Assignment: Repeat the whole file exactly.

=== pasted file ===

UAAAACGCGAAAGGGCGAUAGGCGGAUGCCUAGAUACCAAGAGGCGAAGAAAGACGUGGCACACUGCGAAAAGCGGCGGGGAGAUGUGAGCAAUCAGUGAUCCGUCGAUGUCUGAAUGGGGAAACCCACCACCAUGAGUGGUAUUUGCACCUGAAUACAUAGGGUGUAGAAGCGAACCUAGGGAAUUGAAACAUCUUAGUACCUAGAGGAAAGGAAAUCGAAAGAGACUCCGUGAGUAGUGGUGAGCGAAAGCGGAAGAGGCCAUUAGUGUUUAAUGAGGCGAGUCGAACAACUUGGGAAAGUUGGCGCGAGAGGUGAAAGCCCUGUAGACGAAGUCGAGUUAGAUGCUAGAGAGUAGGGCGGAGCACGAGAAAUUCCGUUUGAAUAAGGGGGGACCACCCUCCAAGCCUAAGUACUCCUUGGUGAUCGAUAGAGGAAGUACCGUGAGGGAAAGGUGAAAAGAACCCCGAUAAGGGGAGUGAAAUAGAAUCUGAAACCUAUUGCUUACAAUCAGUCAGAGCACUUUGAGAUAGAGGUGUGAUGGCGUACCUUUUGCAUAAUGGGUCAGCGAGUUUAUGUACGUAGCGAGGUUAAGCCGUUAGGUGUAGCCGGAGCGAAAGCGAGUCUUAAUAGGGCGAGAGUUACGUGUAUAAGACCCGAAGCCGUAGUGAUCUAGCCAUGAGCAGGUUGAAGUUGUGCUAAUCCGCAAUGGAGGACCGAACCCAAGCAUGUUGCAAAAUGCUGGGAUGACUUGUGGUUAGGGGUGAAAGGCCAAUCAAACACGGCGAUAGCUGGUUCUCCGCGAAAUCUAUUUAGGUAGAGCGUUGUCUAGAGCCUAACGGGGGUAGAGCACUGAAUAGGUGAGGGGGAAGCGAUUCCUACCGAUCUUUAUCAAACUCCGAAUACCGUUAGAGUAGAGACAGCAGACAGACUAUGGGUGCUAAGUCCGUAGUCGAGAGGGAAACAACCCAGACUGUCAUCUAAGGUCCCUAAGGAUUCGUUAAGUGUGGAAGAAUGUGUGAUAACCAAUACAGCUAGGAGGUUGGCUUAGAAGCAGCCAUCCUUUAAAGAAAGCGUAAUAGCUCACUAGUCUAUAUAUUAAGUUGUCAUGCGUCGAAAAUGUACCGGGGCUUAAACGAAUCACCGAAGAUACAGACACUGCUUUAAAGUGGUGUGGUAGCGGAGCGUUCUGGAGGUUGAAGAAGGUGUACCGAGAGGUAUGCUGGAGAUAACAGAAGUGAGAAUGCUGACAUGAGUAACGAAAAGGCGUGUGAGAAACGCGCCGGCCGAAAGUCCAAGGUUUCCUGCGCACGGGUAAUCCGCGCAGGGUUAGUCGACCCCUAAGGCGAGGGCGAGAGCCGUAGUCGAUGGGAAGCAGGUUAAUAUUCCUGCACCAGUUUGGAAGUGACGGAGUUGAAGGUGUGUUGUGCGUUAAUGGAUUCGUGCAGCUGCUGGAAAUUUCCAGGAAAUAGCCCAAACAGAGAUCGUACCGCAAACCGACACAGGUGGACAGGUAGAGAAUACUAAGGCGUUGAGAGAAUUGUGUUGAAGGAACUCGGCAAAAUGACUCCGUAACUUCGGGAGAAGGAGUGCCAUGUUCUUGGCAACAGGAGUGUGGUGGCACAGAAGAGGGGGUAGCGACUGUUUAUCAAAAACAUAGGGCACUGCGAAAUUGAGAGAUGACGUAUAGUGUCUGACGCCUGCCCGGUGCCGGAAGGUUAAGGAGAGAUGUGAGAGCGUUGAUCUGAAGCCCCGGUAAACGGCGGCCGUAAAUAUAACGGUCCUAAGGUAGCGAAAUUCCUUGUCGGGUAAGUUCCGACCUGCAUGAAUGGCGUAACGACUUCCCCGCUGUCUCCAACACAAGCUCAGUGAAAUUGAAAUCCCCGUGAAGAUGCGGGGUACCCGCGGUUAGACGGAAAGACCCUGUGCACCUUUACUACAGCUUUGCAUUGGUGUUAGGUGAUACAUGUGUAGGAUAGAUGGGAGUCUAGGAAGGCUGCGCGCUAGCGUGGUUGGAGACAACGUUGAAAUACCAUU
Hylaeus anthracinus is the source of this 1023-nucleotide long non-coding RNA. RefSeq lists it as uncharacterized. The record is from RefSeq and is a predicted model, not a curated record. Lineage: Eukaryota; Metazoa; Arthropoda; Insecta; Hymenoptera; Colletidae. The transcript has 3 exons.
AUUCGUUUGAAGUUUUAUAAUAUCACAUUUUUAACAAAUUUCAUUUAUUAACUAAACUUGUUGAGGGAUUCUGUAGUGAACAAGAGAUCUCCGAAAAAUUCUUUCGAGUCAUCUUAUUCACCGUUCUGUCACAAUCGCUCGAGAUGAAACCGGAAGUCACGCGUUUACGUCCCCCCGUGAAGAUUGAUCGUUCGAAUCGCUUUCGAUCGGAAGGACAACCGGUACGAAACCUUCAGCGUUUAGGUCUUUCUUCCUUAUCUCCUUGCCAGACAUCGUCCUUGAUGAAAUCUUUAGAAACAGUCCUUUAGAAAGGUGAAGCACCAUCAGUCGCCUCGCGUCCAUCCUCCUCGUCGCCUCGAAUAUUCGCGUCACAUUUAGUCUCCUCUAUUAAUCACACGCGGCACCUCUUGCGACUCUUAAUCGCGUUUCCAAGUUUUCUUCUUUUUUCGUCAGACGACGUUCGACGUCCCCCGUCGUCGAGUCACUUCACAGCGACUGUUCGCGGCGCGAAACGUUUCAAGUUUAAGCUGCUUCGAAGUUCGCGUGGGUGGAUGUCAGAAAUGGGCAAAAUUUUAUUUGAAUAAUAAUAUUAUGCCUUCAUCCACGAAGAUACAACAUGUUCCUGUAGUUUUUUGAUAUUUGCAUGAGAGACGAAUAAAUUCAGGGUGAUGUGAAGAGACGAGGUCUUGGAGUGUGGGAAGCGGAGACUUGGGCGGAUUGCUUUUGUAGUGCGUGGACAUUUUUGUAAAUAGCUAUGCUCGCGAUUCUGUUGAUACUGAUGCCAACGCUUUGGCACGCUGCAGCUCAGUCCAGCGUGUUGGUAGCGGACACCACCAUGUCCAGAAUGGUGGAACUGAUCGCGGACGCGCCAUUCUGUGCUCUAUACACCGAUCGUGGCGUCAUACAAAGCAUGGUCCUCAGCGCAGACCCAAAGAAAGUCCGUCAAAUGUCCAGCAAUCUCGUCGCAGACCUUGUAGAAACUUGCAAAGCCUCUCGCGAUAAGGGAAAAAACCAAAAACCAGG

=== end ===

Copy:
UAAAACGCGAAAGGGCGAUAGGCGGAUGCCUAGAUACCAAGAGGCGAAGAAAGACGUGGCACACUGCGAAAAGCGGCGGGGAGAUGUGAGCAAUCAGUGAUCCGUCGAUGUCUGAAUGGGGAAACCCACCACCAUGAGUGGUAUUUGCACCUGAAUACAUAGGGUGUAGAAGCGAACCUAGGGAAUUGAAACAUCUUAGUACCUAGAGGAAAGGAAAUCGAAAGAGACUCCGUGAGUAGUGGUGAGCGAAAGCGGAAGAGGCCAUUAGUGUUUAAUGAGGCGAGUCGAACAACUUGGGAAAGUUGGCGCGAGAGGUGAAAGCCCUGUAGACGAAGUCGAGUUAGAUGCUAGAGAGUAGGGCGGAGCACGAGAAAUUCCGUUUGAAUAAGGGGGGACCACCCUCCAAGCCUAAGUACUCCUUGGUGAUCGAUAGAGGAAGUACCGUGAGGGAAAGGUGAAAAGAACCCCGAUAAGGGGAGUGAAAUAGAAUCUGAAACCUAUUGCUUACAAUCAGUCAGAGCACUUUGAGAUAGAGGUGUGAUGGCGUACCUUUUGCAUAAUGGGUCAGCGAGUUUAUGUACGUAGCGAGGUUAAGCCGUUAGGUGUAGCCGGAGCGAAAGCGAGUCUUAAUAGGGCGAGAGUUACGUGUAUAAGACCCGAAGCCGUAGUGAUCUAGCCAUGAGCAGGUUGAAGUUGUGCUAAUCCGCAAUGGAGGACCGAACCCAAGCAUGUUGCAAAAUGCUGGGAUGACUUGUGGUUAGGGGUGAAAGGCCAAUCAAACACGGCGAUAGCUGGUUCUCCGCGAAAUCUAUUUAGGUAGAGCGUUGUCUAGAGCCUAACGGGGGUAGAGCACUGAAUAGGUGAGGGGGAAGCGAUUCCUACCGAUCUUUAUCAAACUCCGAAUACCGUUAGAGUAGAGACAGCAGACAGACUAUGGGUGCUAAGUCCGUAGUCGAGAGGGAAACAACCCAGACUGUCAUCUAAGGUCCCUAAGGAUUCGUUAAGUGUGGAAGAAUGUGUGAUAACCAAUACAGCUAGGAGGUUGGCUUAGAAGCAGCCAUCCUUUAAAGAAAGCGUAAUAGCUCACUAGUCUAUAUAUUAAGUUGUCAUGCGUCGAAAAUGUACCGGGGCUUAAACGAAUCACCGAAGAUACAGACACUGCUUUAAAGUGGUGUGGUAGCGGAGCGUUCUGGAGGUUGAAGAAGGUGUACCGAGAGGUAUGCUGGAGAUAACAGAAGUGAGAAUGCUGACAUGAGUAACGAAAAGGCGUGUGAGAAACGCGCCGGCCGAAAGUCCAAGGUUUCCUGCGCACGGGUAAUCCGCGCAGGGUUAGUCGACCCCUAAGGCGAGGGCGAGAGCCGUAGUCGAUGGGAAGCAGGUUAAUAUUCCUGCACCAGUUUGGAAGUGACGGAGUUGAAGGUGUGUUGUGCGUUAAUGGAUUCGUGCAGCUGCUGGAAAUUUCCAGGAAAUAGCCCAAACAGAGAUCGUACCGCAAACCGACACAGGUGGACAGGUAGAGAAUACUAAGGCGUUGAGAGAAUUGUGUUGAAGGAACUCGGCAAAAUGACUCCGUAACUUCGGGAGAAGGAGUGCCAUGUUCUUGGCAACAGGAGUGUGGUGGCACAGAAGAGGGGGUAGCGACUGUUUAUCAAAAACAUAGGGCACUGCGAAAUUGAGAGAUGACGUAUAGUGUCUGACGCCUGCCCGGUGCCGGAAGGUUAAGGAGAGAUGUGAGAGCGUUGAUCUGAAGCCCCGGUAAACGGCGGCCGUAAAUAUAACGGUCCUAAGGUAGCGAAAUUCCUUGUCGGGUAAGUUCCGACCUGCAUGAAUGGCGUAACGACUUCCCCGCUGUCUCCAACACAAGCUCAGUGAAAUUGAAAUCCCCGUGAAGAUGCGGGGUACCCGCGGUUAGACGGAAAGACCCUGUGCACCUUUACUACAGCUUUGCAUUGGUGUUAGGUGAUACAUGUGUAGGAUAGAUGGGAGUCUAGGAAGGCUGCGCGCUAGCGUGGUUGGAGACAACGUUGAAAUACCAUU
Hylaeus anthracinus is the source of this 1023-nucleotide long non-coding RNA. RefSeq lists it as uncharacterized. The record is from RefSeq and is a predicted model, not a curated record. Lineage: Eukaryota; Metazoa; Arthropoda; Insecta; Hymenoptera; Colletidae. The transcript has 3 exons.
AUUCGUUUGAAGUUUUAUAAUAUCACAUUUUUAACAAAUUUCAUUUAUUAACUAAACUUGUUGAGGGAUUCUGUAGUGAACAAGAGAUCUCCGAAAAAUUCUUUCGAGUCAUCUUAUUCACCGUUCUGUCACAAUCGCUCGAGAUGAAACCGGAAGUCACGCGUUUACGUCCCCCCGUGAAGAUUGAUCGUUCGAAUCGCUUUCGAUCGGAAGGACAACCGGUACGAAACCUUCAGCGUUUAGGUCUUUCUUCCUUAUCUCCUUGCCAGACAUCGUCCUUGAUGAAAUCUUUAGAAACAGUCCUUUAGAAAGGUGAAGCACCAUCAGUCGCCUCGCGUCCAUCCUCCUCGUCGCCUCGAAUAUUCGCGUCACAUUUAGUCUCCUCUAUUAAUCACACGCGGCACCUCUUGCGACUCUUAAUCGCGUUUCCAAGUUUUCUUCUUUUUUCGUCAGACGACGUUCGACGUCCCCCGUCGUCGAGUCACUUCACAGCGACUGUUCGCGGCGCGAAACGUUUCAAGUUUAAGCUGCUUCGAAGUUCGCGUGGGUGGAUGUCAGAAAUGGGCAAAAUUUUAUUUGAAUAAUAAUAUUAUGCCUUCAUCCACGAAGAUACAACAUGUUCCUGUAGUUUUUUGAUAUUUGCAUGAGAGACGAAUAAAUUCAGGGUGAUGUGAAGAGACGAGGUCUUGGAGUGUGGGAAGCGGAGACUUGGGCGGAUUGCUUUUGUAGUGCGUGGACAUUUUUGUAAAUAGCUAUGCUCGCGAUUCUGUUGAUACUGAUGCCAACGCUUUGGCACGCUGCAGCUCAGUCCAGCGUGUUGGUAGCGGACACCACCAUGUCCAGAAUGGUGGAACUGAUCGCGGACGCGCCAUUCUGUGCUCUAUACACCGAUCGUGGCGUCAUACAAAGCAUGGUCCUCAGCGCAGACCCAAAGAAAGUCCGUCAAAUGUCCAGCAAUCUCGUCGCAGACCUUGUAGAAACUUGCAAAGCCUCUCGCGAUAAGGGAAAAAACCAAAAACCAGG